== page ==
Interview: Shrawani Thapa On Creating a Real-Time Anthology of Gen-Z's COVID Experiences


YPC had a chance to ask Shrawani Thapa about her new anthology, Pandemic By Gen-Z




By the time Pandemic by Gen-Z was officially announced, in January of 2021, we were already around a year into the pandemic. How did the idea come about?


The idea for Pandemic by Gen Z came about in December of 2020. We were nearly a year into the pandemic, and I don’t think any of us expected to reach that milestone. December for me was a time of reflection about everything our generation had gone through. All of the lockdowns, quarantines, and countless losses we had endured since COVID had entered our lives. I knew I wanted people to know what we as a generation had gone through – that our story needed to be told.


I remember back in March, right before they officially announced it was a pandemic, wondering to myself how young people in past pandemics had coped, such as during the Spanish Flu in the late 1910s. I soon realized that, because young people in the past didn’t have the resources we have today, they weren’t able to share their stories of hardship and struggle. I decided that I wanted our generation to be different, to take advantage of the tools we have. And that’s how Pandemic By Gen-Z was born.


From the submissions you’ve received thus far, does there seem to be a consensus as to whether the pandemic has reaped mostly positive or negative effects on Gen-Z?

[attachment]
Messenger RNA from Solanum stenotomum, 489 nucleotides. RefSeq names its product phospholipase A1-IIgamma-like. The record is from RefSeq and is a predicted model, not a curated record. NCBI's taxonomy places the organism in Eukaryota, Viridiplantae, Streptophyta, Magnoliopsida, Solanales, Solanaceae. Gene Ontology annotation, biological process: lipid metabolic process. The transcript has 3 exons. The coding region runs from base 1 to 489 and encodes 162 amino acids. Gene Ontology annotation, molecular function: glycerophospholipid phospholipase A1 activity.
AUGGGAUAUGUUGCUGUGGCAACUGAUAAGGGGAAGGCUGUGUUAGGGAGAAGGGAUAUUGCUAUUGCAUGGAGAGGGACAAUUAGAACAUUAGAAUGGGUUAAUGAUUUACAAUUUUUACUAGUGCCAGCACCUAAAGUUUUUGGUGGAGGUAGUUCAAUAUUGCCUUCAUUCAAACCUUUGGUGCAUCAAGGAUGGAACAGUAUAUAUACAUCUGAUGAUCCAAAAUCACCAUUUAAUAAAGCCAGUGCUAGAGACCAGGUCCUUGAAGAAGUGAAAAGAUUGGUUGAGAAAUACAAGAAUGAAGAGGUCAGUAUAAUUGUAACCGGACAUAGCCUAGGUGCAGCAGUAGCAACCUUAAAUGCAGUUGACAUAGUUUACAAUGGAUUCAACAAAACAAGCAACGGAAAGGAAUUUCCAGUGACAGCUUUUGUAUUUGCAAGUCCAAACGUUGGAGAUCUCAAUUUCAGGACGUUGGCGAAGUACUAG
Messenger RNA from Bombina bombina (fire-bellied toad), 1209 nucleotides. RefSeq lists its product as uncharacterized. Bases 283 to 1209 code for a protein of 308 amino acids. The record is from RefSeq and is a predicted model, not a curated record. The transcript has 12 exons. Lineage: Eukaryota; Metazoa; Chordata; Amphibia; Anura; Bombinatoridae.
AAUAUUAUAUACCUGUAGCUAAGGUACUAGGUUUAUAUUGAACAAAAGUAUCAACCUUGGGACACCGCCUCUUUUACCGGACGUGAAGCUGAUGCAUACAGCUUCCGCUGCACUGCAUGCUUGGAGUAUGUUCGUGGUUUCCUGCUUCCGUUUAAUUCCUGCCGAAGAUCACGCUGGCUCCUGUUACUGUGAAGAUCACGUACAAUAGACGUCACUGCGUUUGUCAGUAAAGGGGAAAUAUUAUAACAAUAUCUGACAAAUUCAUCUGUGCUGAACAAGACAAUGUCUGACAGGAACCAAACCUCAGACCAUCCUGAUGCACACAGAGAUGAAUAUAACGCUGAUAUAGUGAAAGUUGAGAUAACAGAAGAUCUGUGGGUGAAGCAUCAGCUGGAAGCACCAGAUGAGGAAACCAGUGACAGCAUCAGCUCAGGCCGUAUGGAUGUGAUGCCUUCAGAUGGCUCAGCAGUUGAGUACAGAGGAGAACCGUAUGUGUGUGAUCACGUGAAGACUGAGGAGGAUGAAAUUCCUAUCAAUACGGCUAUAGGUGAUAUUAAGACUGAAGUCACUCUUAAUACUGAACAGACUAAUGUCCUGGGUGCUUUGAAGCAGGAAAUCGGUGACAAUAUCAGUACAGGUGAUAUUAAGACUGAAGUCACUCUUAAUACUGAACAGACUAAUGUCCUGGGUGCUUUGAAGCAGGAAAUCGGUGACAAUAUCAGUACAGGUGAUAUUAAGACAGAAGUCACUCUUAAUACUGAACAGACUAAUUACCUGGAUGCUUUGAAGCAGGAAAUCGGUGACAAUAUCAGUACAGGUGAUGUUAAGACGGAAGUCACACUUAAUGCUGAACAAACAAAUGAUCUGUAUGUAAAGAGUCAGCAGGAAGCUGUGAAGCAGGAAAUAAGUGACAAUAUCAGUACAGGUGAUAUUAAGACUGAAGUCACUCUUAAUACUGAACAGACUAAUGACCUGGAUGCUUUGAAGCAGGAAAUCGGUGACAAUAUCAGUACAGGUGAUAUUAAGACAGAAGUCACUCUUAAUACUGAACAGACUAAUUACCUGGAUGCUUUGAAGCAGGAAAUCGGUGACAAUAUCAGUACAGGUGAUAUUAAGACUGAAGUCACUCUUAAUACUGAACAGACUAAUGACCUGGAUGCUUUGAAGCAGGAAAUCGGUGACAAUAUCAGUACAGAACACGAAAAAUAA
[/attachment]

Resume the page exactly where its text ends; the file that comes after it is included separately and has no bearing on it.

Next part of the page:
From the submissions I have received so far, it seems like the pandemic has had both positive and negative effects on young people. We can see that the positive effects are that the pandemic has helped us grow, and shaped our individual and collective identities, although at the expense of some freedoms, for example, being able to connect with one another and attend important events like graduation.


The pandemic has shifted our lives in such big, momentous ways that sometimes we forget the smaller ways that lifestyle restrictions have affected our psyche and emotional states. Do you think that by tapping into our creativity we can reconcile with our feelings, and emerge from this time more in touch with ourselves?


I think so. I would agree that it’s easy to forget the small ways that we’ve been affected by COVID and that by tapping into our creativity we can connect with ourselves more. It is really important that we express what we are feeling at this time, and that doesn’t just mean through talking. It can also be by way of paintbrush, pencil or camera. Creativity has a way of helping us to express what we are unable to voice and to reconcile ourselves with the negative emotions we feel.


In a way, Pandemic by Gen-Z is like a collective memoir: a representation of our generation’s experiences in a time of – if nothing else - great uncertainty. Does it feel like a daunting task, then, to be collating and editing our experiences, and is there pressure to represent our stories in the right way?


At times, it does feel intimidating. We’ve tried to include a lot of perspectives on the pandemic – although there is a lot of pressure to portray our stories in a singular, “correct” way. However, I firmly believe that the only “right” way to share our stories is by sharing our stories authentically, and keeping them as they are, because to make them into something different wouldn’t be sincere.


When can we expect Pandemic by Gen-Z to be out, and are there any previews that we can enjoy in the meantime?


We expect Pandemic by Gen Z to be out in-and-around Fall or Winter of this year! For previews, check out our website and IG page!



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